“In man, there resides a tender genius that gently opens up gateways to new worlds and creations for the eternal child, and that, unnoticed and as if by chance, leads the youth in his first love to the blossoming spring with his beloved, uniting and revealing to each other their dreams.”                                                         —Robert Schumann (from his diary)

Throughout his life, the experience of childhood captivated the imagination of Robert Schumann, whether it was through his children, literature, or music. While he wrote some pieces explicitly for children to play, Kinderszenen (Scenes from Childhood), Op. 15, was meant for adult consumption, a reminiscence about life as a child. Composed in 1838, it was conceived as a set of thirty pieces to be a part of his Novelletten, Op. 21, but Schumann later decided on separating the sets.

The first piece, “Of Foreign Lands and Peoples,” expresses childlike wonder. Its melody opens with the notes B-G-F#-E-D, which will thenceforth appear throughout the entire cycle as a unifying motive. “A Curious Story” follows and is full of excitement, portraying an eager child listening to a story. The subsequent “Blind Man’s Bluff” was a childhood game that he played with Clara and her younger brother, Alwin, when Schumann lived at their house. It is in essence a form of tag, similar to Marco Polo.” “Pleading Child” begins and ends the same way, on an unresolved chord, as if to ask, “Please?” The next piece answers with “Happy Enough”—perhaps the child made do with what they had. “An Important Event” asserts itself, full of pompous rhythms. The most famous piece of the whole collection is “Dreaming,” or Träumerei, a favorite encore of Vladimir Horowitz. It suggests a child’s inner dreamworld, possibly taking place “At the Fireside,” the following piece. The twelfth piece, “Child Falling Asleep,” is gentle, swaying, and subdued. Schumann later added the thirteenth and final piece, “The Poet Speaks,” to be included in the publication. Here, Schumann breaks the fourth wall and emerges as a grown-up for the first time in the piece, addressing the audience in the most intimate and eloquent of moments.  

Ludwig van Beethoven (1770–1827):
Sonata No. 31 in A-flat Major, op. 110

Beethoven’s Sonata in A-flat Major, completed by the end of 1821, is the second in his final trilogy of sonatas, Op. 109, Op. 110, and Op. 111. At the time, he was also working on Missa solemnis, his Ninth Symphony, and the Op. 111 Piano Sonata. That year had been a tremendously trying one physically: he had suffered an attack of rheumatic fever in January, only then to undergo jaundice in July for two months (a prequel to one of the probable causes of his death, liver cirrhosis). Moreover, by this time, he was wearing a body belt due to pain in his abdomen.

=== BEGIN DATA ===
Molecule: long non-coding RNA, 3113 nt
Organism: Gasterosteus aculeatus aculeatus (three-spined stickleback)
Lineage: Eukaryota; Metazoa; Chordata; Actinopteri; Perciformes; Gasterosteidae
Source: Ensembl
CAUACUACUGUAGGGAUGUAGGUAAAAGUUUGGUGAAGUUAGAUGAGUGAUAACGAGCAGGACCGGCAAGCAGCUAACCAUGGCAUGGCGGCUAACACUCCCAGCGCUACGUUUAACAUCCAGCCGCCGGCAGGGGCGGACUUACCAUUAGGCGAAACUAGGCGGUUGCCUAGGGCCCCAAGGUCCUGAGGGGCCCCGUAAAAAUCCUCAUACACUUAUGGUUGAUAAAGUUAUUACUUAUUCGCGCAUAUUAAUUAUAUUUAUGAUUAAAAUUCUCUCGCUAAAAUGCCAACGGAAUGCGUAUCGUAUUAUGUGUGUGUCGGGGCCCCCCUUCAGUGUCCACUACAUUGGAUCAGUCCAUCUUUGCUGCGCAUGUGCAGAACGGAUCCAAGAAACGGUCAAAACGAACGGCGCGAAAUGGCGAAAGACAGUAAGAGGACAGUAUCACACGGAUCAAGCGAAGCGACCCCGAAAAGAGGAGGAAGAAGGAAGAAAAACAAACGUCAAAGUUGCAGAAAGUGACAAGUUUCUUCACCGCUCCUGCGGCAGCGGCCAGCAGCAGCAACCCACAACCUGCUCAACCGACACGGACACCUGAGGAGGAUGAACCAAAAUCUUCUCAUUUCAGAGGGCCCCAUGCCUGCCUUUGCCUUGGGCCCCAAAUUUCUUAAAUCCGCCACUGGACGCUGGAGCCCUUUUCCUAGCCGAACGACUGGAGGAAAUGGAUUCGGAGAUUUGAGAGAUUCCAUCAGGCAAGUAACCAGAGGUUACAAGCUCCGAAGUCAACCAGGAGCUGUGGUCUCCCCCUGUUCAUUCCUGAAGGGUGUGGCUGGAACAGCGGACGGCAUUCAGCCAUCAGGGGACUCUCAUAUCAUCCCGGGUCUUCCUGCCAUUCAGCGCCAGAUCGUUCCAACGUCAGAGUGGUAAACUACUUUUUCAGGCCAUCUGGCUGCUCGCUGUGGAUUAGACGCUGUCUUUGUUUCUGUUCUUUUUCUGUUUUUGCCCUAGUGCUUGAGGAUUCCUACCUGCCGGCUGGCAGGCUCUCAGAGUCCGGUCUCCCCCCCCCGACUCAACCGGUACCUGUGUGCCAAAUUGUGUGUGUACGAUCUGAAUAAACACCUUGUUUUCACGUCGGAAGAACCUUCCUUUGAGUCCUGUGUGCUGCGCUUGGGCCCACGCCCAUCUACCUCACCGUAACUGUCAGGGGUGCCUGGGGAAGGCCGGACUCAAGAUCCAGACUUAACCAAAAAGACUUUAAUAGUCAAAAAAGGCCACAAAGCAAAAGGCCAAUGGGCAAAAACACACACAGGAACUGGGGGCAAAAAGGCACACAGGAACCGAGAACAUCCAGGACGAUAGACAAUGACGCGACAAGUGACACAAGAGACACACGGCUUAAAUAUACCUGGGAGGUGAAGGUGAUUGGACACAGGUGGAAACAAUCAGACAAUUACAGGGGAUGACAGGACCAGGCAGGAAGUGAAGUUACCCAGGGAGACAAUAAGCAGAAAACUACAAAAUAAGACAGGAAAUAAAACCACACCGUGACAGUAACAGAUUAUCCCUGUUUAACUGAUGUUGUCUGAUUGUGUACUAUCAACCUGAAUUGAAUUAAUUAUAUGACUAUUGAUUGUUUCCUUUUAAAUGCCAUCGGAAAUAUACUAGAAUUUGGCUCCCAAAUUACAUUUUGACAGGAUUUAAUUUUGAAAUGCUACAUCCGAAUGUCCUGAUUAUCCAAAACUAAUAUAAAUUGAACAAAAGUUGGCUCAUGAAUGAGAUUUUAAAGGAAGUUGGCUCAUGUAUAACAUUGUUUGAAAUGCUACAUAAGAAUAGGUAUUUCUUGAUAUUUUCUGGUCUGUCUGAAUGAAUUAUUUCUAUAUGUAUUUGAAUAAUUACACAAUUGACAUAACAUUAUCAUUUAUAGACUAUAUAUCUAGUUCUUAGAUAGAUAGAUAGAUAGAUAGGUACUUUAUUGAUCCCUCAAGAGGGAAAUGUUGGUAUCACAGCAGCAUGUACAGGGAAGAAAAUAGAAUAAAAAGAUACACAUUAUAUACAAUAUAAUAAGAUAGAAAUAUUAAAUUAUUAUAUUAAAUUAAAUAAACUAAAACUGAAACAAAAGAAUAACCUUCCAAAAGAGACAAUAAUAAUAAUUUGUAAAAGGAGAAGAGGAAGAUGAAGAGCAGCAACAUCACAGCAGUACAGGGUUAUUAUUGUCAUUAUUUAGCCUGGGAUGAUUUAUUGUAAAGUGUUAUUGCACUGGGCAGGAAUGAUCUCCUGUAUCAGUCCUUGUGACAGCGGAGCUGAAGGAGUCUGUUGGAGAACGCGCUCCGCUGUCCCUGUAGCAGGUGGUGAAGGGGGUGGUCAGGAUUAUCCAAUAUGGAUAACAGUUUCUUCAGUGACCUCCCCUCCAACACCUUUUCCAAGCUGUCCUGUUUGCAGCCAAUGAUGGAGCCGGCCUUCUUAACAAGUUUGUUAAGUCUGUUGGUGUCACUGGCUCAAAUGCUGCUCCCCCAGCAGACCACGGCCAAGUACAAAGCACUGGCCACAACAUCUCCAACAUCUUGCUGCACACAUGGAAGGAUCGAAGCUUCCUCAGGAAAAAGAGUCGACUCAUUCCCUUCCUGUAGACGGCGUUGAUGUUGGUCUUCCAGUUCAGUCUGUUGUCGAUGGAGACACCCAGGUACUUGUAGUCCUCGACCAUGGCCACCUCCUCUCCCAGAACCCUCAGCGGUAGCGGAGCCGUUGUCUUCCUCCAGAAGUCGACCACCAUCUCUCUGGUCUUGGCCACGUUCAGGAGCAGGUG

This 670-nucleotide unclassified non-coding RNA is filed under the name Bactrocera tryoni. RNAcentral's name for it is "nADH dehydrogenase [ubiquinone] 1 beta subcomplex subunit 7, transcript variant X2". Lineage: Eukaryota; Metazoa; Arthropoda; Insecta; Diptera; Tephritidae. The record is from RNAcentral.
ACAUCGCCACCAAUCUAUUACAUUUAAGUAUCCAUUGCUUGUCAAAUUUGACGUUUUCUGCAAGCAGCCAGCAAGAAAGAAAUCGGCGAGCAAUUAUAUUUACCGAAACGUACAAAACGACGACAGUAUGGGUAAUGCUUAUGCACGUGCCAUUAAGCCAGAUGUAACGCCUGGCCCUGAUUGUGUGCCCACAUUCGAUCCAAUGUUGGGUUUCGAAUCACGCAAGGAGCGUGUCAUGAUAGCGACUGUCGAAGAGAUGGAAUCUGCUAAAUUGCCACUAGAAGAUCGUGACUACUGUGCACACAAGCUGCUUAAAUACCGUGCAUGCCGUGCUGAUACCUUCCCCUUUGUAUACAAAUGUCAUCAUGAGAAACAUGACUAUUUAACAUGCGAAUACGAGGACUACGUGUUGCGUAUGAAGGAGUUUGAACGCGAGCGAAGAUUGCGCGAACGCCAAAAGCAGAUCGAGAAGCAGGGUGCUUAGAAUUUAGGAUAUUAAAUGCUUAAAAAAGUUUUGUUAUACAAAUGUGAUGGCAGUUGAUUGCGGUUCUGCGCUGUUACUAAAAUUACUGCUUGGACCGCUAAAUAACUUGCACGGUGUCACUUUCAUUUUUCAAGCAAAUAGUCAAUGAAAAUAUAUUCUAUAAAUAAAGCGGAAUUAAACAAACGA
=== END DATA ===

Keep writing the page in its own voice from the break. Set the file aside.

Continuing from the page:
As in some of his other late works, Beethoven touches upon so many dimensions of the human experience in this sonata. He is not afraid to juxtapose spiritual heights with the utterly profane. The piece begins harmoniously, in four-part quartet writing, with a theme (falling third, rising fourth) in the right hand that will inform the entire sonata. The first movement is, by appearance, strikingly harmless, almost abnormally lyrical for something written by Beethoven. Even the form is rather conventional. The development section is rather short, a series of sequences that unfolds with a sense of inevitability. The ending of the first movement is inconclusive, leading straight into the second movement.

The impetuous scherzo and trio comprises two themes that are identified by musicologists to be Unsa Kätz häd Katzln ghabt (Our cat has had kittens”) and Ich bin lüderlich, du bist lüderlich (I am a slob, you are a slob”). They were popular drinking songs of the time, and Beethoven would have identified with the second song, with its mention of lüderlich,” one who was untidy and “not fit for polite society.” Indeed, those that knew him were aware of his crazed and ragged appearance. A record exists from 1821 (the year he composed this sonata) about a brief trip he made to prison due to his attire. Beethoven, in his reverie, took a long walk and, only when it was too late, realized that he had lost his way in Wiener Neustadt. The police, noticing an unshaven and unkempt man looking into homes (perhaps hoping to ask someone for the directions), brought him to jail. When he claimed he was Beethoven, they did not believe him and said, “You’re a tramp. Beethoven doesn’t look like this.” The composer made a racket, requesting that Herr Herzog (a local music director) come to identify him in the middle of the night. Only after Herzog’s confirmation did the mayor arrive to apologize and release him. They exclaimed, “He keeps on yelling that he is Beethoven; but he’s a ragamuffin, has no hat, an old coat . . . nothing by which he can be identified.”

After this most earthy of movements comes the most metaphysical. When the second movement dissipates into the third movement, what ensues is an arioso coupled with a fugue, emblems of older styles of music and a juxtaposition of grief and hope for the beyond. A recitative, sobbing made audible, introduces the arioso. The theme of the arioso, in A-flat minor, is borrowed from a movement from Bach’s St. John Passion, Es ist vollbracht (“It is consummated”), describing when Christ gives up the mortal body. In Beethoven’s score, the description “Song of Lament” appears in both German and Italian. A sublime fugue subsequently unfolds, built upon the very same melody as the opening of the sonata. Yet it is not the end of the story, and the fugue dwindles. The arioso returns, this time in G minor, marked Ermattet, “exhausted.” After resonant, bell-like G-major chords are heard ringing from the lower recesses of the piano, the fugue emerges once again, phoenix-like, though this time turned upside down. It is all the more magical. Composer Vincent d’Indy remarked that the arioso is “one of the most poignant expressions of grief conceivable to man” and that the fugue is “an effort of will to shake off suffering. But the latter is the stronger . . . [its] will asserting itself against the forces of annihilation . . . the resurrection!” Indeed, the sonata concludes with boundless euphoria.